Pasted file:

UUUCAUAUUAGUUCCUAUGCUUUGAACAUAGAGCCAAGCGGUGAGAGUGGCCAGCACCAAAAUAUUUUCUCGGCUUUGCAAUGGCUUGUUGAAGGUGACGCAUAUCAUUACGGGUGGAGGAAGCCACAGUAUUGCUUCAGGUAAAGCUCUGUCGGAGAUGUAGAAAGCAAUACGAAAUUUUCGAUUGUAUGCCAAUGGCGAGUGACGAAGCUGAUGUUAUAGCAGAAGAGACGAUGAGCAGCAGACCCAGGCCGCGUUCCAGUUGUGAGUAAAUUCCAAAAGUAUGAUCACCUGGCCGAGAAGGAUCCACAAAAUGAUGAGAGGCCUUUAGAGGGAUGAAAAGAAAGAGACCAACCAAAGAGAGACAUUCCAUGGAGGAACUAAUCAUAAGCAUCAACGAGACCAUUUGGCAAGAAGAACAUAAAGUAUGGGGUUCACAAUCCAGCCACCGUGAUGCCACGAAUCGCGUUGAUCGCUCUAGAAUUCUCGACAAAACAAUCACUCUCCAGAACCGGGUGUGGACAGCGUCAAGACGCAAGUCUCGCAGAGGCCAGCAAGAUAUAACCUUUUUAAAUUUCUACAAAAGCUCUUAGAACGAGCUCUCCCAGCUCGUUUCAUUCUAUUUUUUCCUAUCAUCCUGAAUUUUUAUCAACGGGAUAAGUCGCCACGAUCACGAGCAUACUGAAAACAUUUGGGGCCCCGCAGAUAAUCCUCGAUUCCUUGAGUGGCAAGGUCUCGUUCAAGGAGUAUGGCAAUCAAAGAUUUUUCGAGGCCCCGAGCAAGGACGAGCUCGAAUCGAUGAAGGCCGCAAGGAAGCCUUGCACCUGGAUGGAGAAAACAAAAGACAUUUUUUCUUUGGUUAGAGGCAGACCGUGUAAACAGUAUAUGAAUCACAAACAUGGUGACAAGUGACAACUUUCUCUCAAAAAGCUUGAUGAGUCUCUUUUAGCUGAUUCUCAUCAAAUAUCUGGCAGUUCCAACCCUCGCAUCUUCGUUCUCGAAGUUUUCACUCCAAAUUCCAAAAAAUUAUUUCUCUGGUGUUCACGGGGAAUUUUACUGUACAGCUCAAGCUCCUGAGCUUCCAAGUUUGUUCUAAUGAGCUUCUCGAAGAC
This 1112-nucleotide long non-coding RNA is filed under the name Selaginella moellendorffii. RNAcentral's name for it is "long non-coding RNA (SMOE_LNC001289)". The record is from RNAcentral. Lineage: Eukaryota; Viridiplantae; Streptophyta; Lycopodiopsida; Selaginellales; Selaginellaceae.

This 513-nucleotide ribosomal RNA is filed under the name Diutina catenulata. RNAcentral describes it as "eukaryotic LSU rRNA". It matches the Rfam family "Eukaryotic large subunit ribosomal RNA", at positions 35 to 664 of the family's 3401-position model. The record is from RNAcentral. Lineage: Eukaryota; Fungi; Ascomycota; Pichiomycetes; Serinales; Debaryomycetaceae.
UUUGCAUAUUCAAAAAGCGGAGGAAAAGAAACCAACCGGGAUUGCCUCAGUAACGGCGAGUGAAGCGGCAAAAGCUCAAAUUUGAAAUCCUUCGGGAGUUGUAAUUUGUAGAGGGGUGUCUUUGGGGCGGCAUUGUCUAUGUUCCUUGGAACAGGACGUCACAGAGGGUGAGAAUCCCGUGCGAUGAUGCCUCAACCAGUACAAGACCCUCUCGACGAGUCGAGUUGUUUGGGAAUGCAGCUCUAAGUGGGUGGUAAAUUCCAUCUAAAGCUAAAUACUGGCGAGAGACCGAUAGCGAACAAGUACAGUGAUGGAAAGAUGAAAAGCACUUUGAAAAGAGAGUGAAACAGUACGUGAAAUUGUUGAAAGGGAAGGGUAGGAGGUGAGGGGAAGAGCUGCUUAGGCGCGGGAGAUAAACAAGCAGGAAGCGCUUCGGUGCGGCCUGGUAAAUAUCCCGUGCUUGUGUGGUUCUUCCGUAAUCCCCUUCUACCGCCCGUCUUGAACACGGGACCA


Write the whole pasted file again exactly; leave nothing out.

UUUCAUAUUAGUUCCUAUGCUUUGAACAUAGAGCCAAGCGGUGAGAGUGGCCAGCACCAAAAUAUUUUCUCGGCUUUGCAAUGGCUUGUUGAAGGUGACGCAUAUCAUUACGGGUGGAGGAAGCCACAGUAUUGCUUCAGGUAAAGCUCUGUCGGAGAUGUAGAAAGCAAUACGAAAUUUUCGAUUGUAUGCCAAUGGCGAGUGACGAAGCUGAUGUUAUAGCAGAAGAGACGAUGAGCAGCAGACCCAGGCCGCGUUCCAGUUGUGAGUAAAUUCCAAAAGUAUGAUCACCUGGCCGAGAAGGAUCCACAAAAUGAUGAGAGGCCUUUAGAGGGAUGAAAAGAAAGAGACCAACCAAAGAGAGACAUUCCAUGGAGGAACUAAUCAUAAGCAUCAACGAGACCAUUUGGCAAGAAGAACAUAAAGUAUGGGGUUCACAAUCCAGCCACCGUGAUGCCACGAAUCGCGUUGAUCGCUCUAGAAUUCUCGACAAAACAAUCACUCUCCAGAACCGGGUGUGGACAGCGUCAAGACGCAAGUCUCGCAGAGGCCAGCAAGAUAUAACCUUUUUAAAUUUCUACAAAAGCUCUUAGAACGAGCUCUCCCAGCUCGUUUCAUUCUAUUUUUUCCUAUCAUCCUGAAUUUUUAUCAACGGGAUAAGUCGCCACGAUCACGAGCAUACUGAAAACAUUUGGGGCCCCGCAGAUAAUCCUCGAUUCCUUGAGUGGCAAGGUCUCGUUCAAGGAGUAUGGCAAUCAAAGAUUUUUCGAGGCCCCGAGCAAGGACGAGCUCGAAUCGAUGAAGGCCGCAAGGAAGCCUUGCACCUGGAUGGAGAAAACAAAAGACAUUUUUUCUUUGGUUAGAGGCAGACCGUGUAAACAGUAUAUGAAUCACAAACAUGGUGACAAGUGACAACUUUCUCUCAAAAAGCUUGAUGAGUCUCUUUUAGCUGAUUCUCAUCAAAUAUCUGGCAGUUCCAACCCUCGCAUCUUCGUUCUCGAAGUUUUCACUCCAAAUUCCAAAAAAUUAUUUCUCUGGUGUUCACGGGGAAUUUUACUGUACAGCUCAAGCUCCUGAGCUUCCAAGUUUGUUCUAAUGAGCUUCUCGAAGAC
This 1112-nucleotide long non-coding RNA is filed under the name Selaginella moellendorffii. RNAcentral's name for it is "long non-coding RNA (SMOE_LNC001289)". The record is from RNAcentral. Lineage: Eukaryota; Viridiplantae; Streptophyta; Lycopodiopsida; Selaginellales; Selaginellaceae.

This 513-nucleotide ribosomal RNA is filed under the name Diutina catenulata. RNAcentral describes it as "eukaryotic LSU rRNA". It matches the Rfam family "Eukaryotic large subunit ribosomal RNA", at positions 35 to 664 of the family's 3401-position model. The record is from RNAcentral. Lineage: Eukaryota; Fungi; Ascomycota; Pichiomycetes; Serinales; Debaryomycetaceae.
UUUGCAUAUUCAAAAAGCGGAGGAAAAGAAACCAACCGGGAUUGCCUCAGUAACGGCGAGUGAAGCGGCAAAAGCUCAAAUUUGAAAUCCUUCGGGAGUUGUAAUUUGUAGAGGGGUGUCUUUGGGGCGGCAUUGUCUAUGUUCCUUGGAACAGGACGUCACAGAGGGUGAGAAUCCCGUGCGAUGAUGCCUCAACCAGUACAAGACCCUCUCGACGAGUCGAGUUGUUUGGGAAUGCAGCUCUAAGUGGGUGGUAAAUUCCAUCUAAAGCUAAAUACUGGCGAGAGACCGAUAGCGAACAAGUACAGUGAUGGAAAGAUGAAAAGCACUUUGAAAAGAGAGUGAAACAGUACGUGAAAUUGUUGAAAGGGAAGGGUAGGAGGUGAGGGGAAGAGCUGCUUAGGCGCGGGAGAUAAACAAGCAGGAAGCGCUUCGGUGCGGCCUGGUAAAUAUCCCGUGCUUGUGUGGUUCUUCCGUAAUCCCCUUCUACCGCCCGUCUUGAACACGGGACCA